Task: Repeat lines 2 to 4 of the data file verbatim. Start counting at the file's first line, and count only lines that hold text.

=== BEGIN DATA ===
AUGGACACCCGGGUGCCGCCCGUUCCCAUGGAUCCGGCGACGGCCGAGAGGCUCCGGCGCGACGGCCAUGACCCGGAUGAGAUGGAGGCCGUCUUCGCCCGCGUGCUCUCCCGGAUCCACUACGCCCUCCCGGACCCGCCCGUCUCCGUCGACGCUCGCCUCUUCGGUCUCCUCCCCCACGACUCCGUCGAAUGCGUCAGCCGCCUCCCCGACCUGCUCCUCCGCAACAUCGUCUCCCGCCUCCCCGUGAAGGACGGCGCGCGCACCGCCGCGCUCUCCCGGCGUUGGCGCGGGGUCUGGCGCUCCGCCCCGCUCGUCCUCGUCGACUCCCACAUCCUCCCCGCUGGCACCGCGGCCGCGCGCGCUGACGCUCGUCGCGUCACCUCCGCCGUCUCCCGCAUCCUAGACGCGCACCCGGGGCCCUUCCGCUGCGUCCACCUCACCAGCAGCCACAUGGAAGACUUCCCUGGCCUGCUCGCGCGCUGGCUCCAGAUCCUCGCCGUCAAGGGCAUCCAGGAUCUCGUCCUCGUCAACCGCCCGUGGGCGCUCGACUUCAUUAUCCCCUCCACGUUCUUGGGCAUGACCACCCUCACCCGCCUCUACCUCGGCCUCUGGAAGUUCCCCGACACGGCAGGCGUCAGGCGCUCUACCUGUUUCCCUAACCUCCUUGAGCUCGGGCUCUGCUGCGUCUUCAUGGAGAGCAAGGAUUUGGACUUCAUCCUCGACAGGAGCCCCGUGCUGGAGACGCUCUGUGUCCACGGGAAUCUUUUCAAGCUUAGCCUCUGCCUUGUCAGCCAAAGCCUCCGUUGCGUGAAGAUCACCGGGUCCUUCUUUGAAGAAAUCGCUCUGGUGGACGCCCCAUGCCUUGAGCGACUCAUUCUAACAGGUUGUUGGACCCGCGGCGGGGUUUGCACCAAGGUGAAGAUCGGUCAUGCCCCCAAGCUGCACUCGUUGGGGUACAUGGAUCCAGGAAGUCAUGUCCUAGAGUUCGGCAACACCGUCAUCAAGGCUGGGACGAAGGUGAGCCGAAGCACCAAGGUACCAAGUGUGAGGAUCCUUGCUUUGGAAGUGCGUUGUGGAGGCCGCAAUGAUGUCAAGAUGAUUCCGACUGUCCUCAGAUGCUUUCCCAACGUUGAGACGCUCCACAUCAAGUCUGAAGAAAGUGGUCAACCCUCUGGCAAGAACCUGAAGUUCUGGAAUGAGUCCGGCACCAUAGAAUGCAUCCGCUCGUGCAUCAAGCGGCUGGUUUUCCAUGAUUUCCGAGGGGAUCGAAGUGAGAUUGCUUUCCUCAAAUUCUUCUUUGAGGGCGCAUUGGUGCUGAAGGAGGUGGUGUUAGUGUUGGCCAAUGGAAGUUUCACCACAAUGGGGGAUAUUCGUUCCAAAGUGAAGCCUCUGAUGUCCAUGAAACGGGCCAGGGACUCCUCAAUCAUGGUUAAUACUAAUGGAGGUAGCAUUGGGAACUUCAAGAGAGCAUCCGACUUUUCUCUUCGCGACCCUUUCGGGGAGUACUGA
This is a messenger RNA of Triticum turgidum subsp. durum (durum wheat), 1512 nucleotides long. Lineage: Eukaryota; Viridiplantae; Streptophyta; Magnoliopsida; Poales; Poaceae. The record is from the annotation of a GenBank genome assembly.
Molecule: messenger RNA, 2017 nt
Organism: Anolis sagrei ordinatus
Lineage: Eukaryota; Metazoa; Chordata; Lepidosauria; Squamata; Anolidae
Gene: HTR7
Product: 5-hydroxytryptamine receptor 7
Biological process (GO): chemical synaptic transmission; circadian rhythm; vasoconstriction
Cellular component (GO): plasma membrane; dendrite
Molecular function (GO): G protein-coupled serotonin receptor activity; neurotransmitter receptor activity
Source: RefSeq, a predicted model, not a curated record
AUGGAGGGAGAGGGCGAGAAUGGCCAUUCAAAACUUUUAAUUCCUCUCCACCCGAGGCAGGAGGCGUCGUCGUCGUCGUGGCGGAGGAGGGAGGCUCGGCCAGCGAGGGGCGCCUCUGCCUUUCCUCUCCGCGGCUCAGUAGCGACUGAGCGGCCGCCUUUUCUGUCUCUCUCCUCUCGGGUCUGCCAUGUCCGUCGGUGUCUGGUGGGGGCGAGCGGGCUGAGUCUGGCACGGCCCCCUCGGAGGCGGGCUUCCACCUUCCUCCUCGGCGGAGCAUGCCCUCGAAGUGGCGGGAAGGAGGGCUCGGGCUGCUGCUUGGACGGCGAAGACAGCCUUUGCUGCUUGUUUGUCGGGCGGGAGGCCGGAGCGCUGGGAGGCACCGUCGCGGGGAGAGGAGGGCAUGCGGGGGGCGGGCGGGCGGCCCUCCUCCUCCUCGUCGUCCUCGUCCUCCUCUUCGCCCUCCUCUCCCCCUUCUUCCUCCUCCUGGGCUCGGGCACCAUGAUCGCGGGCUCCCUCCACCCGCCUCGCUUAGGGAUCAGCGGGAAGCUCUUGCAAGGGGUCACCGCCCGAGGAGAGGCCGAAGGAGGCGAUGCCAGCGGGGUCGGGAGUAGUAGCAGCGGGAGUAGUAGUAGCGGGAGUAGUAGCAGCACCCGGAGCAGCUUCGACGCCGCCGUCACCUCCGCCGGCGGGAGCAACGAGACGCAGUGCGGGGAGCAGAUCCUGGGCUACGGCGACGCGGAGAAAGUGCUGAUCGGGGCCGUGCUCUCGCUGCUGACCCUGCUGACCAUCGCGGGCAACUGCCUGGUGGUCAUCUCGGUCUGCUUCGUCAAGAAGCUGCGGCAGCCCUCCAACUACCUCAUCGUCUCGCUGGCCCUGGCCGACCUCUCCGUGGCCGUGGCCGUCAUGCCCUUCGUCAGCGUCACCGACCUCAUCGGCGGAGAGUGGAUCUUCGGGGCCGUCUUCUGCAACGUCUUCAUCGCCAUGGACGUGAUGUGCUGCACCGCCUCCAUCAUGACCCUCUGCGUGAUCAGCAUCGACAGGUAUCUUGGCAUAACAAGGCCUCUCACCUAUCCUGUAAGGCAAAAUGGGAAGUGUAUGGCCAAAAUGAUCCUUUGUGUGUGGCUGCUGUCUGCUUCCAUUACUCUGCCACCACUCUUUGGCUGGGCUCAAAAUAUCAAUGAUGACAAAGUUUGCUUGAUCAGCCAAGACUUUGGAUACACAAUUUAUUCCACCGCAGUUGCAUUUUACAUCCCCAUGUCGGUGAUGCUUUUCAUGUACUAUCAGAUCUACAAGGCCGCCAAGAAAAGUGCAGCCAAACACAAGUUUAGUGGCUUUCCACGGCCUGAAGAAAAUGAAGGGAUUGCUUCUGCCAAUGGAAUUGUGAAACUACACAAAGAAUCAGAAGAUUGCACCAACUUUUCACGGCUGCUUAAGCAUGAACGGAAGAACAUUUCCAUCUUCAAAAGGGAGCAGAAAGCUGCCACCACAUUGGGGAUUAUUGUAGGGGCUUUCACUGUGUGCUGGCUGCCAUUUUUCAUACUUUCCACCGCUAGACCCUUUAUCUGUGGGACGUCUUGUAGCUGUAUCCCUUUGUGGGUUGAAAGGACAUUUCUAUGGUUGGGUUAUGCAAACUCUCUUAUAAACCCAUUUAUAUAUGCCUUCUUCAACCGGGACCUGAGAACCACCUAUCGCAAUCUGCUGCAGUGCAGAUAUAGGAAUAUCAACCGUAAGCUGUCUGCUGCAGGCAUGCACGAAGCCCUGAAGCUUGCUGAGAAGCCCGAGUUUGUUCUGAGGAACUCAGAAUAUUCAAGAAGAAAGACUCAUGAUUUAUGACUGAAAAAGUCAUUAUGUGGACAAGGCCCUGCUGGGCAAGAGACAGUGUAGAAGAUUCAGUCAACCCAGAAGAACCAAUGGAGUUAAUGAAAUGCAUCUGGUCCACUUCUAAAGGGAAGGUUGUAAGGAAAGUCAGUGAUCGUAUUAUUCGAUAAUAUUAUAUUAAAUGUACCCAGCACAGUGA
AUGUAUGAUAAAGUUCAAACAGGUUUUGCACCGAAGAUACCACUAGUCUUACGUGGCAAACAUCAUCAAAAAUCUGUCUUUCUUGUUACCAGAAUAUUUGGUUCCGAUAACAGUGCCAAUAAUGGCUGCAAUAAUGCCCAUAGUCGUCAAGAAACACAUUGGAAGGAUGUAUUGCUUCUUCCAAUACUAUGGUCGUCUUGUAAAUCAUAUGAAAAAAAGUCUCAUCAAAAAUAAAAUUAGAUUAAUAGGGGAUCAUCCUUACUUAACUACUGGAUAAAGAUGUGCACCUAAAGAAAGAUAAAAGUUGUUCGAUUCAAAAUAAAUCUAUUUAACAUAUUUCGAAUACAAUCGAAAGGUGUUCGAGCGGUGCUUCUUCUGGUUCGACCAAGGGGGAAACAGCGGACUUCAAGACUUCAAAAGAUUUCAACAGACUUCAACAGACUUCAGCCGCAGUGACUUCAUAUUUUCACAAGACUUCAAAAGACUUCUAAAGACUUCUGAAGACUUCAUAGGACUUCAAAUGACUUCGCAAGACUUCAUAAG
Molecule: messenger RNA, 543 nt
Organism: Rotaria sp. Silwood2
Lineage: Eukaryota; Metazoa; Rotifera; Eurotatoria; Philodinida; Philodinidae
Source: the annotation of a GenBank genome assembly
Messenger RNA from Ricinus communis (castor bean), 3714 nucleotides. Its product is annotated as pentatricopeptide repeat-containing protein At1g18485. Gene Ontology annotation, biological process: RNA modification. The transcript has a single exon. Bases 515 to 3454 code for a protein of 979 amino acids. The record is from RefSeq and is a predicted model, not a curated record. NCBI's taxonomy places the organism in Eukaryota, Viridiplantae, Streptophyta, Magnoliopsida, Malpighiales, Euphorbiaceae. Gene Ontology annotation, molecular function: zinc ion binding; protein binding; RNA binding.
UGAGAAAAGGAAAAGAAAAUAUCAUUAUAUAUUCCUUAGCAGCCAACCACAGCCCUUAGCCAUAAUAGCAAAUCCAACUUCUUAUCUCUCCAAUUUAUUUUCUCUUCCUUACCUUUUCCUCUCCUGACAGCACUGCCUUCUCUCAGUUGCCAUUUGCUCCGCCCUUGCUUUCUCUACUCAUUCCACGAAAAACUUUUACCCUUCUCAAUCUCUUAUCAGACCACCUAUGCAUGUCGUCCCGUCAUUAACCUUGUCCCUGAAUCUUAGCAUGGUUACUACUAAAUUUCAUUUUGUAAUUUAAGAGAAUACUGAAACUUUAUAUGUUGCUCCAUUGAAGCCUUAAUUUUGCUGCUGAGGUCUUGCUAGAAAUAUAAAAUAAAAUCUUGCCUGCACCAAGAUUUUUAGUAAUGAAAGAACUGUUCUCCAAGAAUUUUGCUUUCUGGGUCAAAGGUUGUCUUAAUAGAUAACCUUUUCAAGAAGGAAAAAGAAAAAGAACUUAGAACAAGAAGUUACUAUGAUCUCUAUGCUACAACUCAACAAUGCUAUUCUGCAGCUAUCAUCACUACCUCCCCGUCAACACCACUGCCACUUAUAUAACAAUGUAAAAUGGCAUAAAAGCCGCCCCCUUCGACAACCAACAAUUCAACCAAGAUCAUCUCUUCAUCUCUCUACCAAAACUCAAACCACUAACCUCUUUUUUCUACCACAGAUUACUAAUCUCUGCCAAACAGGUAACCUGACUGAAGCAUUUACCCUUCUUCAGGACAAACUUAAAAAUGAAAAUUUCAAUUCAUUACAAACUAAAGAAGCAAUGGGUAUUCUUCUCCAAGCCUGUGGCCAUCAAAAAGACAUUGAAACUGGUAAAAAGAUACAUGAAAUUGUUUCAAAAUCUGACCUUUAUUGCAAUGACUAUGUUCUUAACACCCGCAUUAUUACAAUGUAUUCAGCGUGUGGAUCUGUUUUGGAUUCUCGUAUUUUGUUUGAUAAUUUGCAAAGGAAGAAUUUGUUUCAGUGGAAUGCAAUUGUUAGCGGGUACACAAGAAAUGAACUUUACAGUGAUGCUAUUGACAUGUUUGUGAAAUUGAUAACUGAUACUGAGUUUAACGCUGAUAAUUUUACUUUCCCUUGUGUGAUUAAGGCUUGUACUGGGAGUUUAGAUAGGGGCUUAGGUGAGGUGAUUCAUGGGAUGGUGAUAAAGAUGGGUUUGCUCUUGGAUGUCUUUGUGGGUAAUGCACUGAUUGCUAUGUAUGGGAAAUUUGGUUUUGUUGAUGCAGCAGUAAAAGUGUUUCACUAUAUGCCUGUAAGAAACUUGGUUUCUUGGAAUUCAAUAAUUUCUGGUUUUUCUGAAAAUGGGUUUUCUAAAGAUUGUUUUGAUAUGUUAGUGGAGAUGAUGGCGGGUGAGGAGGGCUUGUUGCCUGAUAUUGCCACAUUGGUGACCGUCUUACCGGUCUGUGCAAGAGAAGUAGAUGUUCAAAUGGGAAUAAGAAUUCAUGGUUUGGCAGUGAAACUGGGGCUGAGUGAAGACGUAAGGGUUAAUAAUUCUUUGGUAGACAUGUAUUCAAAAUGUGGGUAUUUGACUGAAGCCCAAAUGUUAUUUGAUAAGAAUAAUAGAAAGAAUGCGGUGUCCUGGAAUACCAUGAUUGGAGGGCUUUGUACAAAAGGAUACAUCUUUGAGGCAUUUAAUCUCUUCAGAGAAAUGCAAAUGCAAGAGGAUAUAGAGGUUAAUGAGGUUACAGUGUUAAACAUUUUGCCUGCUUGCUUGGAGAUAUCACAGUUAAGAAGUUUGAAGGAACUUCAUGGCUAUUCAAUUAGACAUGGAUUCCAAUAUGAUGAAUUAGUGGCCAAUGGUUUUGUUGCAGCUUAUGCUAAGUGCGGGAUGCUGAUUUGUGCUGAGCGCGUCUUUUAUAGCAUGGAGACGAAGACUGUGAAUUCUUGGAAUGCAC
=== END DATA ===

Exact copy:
This is a messenger RNA of Triticum turgidum subsp. durum (durum wheat), 1512 nucleotides long. Lineage: Eukaryota; Viridiplantae; Streptophyta; Magnoliopsida; Poales; Poaceae. The record is from the annotation of a GenBank genome assembly.
Molecule: messenger RNA, 2017 nt
Organism: Anolis sagrei ordinatus